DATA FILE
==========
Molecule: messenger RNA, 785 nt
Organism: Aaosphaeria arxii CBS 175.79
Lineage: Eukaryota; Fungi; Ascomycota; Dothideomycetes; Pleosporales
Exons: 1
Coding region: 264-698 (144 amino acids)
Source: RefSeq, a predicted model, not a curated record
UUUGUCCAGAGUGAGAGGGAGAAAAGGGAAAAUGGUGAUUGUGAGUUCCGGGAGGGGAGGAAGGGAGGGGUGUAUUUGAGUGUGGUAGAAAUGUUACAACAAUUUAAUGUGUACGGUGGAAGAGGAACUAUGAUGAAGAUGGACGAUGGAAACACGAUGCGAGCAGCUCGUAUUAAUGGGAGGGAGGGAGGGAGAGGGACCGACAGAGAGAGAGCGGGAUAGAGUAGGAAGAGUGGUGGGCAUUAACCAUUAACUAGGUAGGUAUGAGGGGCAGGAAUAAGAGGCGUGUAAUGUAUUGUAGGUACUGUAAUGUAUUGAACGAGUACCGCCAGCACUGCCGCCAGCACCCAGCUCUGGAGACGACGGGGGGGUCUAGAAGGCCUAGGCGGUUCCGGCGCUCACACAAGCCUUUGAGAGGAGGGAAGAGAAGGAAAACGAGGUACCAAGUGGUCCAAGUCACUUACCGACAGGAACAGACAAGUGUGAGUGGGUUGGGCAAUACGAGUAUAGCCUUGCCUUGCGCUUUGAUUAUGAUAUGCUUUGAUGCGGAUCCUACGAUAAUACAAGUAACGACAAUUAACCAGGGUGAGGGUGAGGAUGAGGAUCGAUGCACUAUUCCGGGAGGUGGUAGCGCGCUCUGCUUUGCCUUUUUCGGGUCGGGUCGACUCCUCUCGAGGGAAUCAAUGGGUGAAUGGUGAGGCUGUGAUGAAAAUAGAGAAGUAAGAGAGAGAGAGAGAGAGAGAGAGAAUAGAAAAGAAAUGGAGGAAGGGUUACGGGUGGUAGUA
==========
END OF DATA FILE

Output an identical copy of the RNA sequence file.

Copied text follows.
Molecule: messenger RNA, 785 nt
Organism: Aaosphaeria arxii CBS 175.79
Lineage: Eukaryota; Fungi; Ascomycota; Dothideomycetes; Pleosporales
Exons: 1
Coding region: 264-698 (144 amino acids)
Source: RefSeq, a predicted model, not a curated record
UUUGUCCAGAGUGAGAGGGAGAAAAGGGAAAAUGGUGAUUGUGAGUUCCGGGAGGGGAGGAAGGGAGGGGUGUAUUUGAGUGUGGUAGAAAUGUUACAACAAUUUAAUGUGUACGGUGGAAGAGGAACUAUGAUGAAGAUGGACGAUGGAAACACGAUGCGAGCAGCUCGUAUUAAUGGGAGGGAGGGAGGGAGAGGGACCGACAGAGAGAGAGCGGGAUAGAGUAGGAAGAGUGGUGGGCAUUAACCAUUAACUAGGUAGGUAUGAGGGGCAGGAAUAAGAGGCGUGUAAUGUAUUGUAGGUACUGUAAUGUAUUGAACGAGUACCGCCAGCACUGCCGCCAGCACCCAGCUCUGGAGACGACGGGGGGGUCUAGAAGGCCUAGGCGGUUCCGGCGCUCACACAAGCCUUUGAGAGGAGGGAAGAGAAGGAAAACGAGGUACCAAGUGGUCCAAGUCACUUACCGACAGGAACAGACAAGUGUGAGUGGGUUGGGCAAUACGAGUAUAGCCUUGCCUUGCGCUUUGAUUAUGAUAUGCUUUGAUGCGGAUCCUACGAUAAUACAAGUAACGACAAUUAACCAGGGUGAGGGUGAGGAUGAGGAUCGAUGCACUAUUCCGGGAGGUGGUAGCGCGCUCUGCUUUGCCUUUUUCGGGUCGGGUCGACUCCUCUCGAGGGAAUCAAUGGGUGAAUGGUGAGGCUGUGAUGAAAAUAGAGAAGUAAGAGAGAGAGAGAGAGAGAGAGAGAAUAGAAAAGAAAUGGAGGAAGGGUUACGGGUGGUAGUA